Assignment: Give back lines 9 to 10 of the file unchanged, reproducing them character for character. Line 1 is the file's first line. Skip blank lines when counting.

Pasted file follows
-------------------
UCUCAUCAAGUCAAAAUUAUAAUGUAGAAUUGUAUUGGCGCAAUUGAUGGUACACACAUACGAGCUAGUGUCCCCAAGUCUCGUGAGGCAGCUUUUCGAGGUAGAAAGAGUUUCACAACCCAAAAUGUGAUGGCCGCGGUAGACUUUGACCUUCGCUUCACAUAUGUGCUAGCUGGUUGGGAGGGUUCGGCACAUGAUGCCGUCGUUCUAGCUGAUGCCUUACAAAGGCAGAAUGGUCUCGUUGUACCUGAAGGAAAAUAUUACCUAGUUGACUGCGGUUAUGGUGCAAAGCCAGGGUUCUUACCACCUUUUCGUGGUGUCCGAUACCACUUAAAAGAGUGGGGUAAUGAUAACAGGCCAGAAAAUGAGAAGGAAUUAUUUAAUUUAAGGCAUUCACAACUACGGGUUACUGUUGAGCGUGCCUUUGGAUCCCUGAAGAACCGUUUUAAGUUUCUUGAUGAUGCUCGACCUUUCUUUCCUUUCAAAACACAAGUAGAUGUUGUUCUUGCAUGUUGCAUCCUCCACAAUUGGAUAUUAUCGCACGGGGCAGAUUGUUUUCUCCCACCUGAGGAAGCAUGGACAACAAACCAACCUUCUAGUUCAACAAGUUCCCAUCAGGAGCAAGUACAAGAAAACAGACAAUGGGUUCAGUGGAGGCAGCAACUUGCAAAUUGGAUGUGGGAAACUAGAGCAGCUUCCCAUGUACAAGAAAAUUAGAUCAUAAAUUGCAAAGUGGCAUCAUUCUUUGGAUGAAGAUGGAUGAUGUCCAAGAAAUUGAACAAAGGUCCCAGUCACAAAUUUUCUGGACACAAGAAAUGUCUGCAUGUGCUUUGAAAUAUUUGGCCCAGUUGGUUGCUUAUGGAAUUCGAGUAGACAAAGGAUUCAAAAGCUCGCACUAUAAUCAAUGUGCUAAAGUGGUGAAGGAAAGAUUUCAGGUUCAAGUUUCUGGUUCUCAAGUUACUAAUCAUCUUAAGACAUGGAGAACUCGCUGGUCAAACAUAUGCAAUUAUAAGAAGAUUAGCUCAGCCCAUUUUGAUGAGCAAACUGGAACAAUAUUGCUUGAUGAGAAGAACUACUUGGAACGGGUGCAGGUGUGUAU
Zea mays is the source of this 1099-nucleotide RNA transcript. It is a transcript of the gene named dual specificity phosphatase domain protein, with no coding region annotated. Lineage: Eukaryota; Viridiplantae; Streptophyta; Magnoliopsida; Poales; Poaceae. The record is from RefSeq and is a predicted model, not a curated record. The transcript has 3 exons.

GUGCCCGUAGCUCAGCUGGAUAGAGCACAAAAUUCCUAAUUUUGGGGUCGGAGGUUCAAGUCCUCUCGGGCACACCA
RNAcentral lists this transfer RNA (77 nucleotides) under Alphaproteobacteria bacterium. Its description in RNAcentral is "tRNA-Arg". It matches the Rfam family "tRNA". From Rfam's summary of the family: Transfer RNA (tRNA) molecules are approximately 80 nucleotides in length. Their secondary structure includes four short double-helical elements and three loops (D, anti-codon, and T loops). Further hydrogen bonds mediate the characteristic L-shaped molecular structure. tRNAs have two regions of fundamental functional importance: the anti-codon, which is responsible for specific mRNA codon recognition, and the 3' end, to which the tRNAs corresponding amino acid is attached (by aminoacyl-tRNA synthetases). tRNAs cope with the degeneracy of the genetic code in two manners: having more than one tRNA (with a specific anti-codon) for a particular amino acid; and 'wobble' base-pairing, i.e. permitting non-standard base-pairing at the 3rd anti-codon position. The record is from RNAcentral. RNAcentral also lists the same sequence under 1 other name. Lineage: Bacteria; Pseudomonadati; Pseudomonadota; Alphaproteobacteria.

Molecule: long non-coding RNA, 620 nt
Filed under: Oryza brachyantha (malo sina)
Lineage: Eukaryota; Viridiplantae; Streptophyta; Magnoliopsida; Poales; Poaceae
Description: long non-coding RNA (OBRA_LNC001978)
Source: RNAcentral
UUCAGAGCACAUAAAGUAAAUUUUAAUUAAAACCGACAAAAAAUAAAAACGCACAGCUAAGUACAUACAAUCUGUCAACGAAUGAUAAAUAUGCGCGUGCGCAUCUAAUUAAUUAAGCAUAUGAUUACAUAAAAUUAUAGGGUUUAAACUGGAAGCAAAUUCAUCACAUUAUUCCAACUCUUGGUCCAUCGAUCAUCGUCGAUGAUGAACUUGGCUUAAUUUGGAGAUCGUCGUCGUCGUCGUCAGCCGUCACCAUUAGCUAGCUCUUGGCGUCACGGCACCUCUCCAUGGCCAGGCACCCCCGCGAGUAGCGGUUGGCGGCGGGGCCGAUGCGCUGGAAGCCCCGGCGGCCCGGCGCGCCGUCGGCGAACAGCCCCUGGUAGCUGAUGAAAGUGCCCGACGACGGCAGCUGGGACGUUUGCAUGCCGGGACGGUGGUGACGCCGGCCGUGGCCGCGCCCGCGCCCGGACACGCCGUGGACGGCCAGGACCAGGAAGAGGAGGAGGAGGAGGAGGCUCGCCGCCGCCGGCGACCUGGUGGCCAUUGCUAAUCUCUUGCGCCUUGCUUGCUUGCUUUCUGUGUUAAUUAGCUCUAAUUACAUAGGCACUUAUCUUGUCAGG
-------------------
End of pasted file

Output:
Source: RNAcentral
UUCAGAGCACAUAAAGUAAAUUUUAAUUAAAACCGACAAAAAAUAAAAACGCACAGCUAAGUACAUACAAUCUGUCAACGAAUGAUAAAUAUGCGCGUGCGCAUCUAAUUAAUUAAGCAUAUGAUUACAUAAAAUUAUAGGGUUUAAACUGGAAGCAAAUUCAUCACAUUAUUCCAACUCUUGGUCCAUCGAUCAUCGUCGAUGAUGAACUUGGCUUAAUUUGGAGAUCGUCGUCGUCGUCGUCAGCCGUCACCAUUAGCUAGCUCUUGGCGUCACGGCACCUCUCCAUGGCCAGGCACCCCCGCGAGUAGCGGUUGGCGGCGGGGCCGAUGCGCUGGAAGCCCCGGCGGCCCGGCGCGCCGUCGGCGAACAGCCCCUGGUAGCUGAUGAAAGUGCCCGACGACGGCAGCUGGGACGUUUGCAUGCCGGGACGGUGGUGACGCCGGCCGUGGCCGCGCCCGCGCCCGGACACGCCGUGGACGGCCAGGACCAGGAAGAGGAGGAGGAGGAGGAGGCUCGCCGCCGCCGGCGACCUGGUGGCCAUUGCUAAUCUCUUGCGCCUUGCUUGCUUGCUUUCUGUGUUAAUUAGCUCUAAUUACAUAGGCACUUAUCUUGUCAGG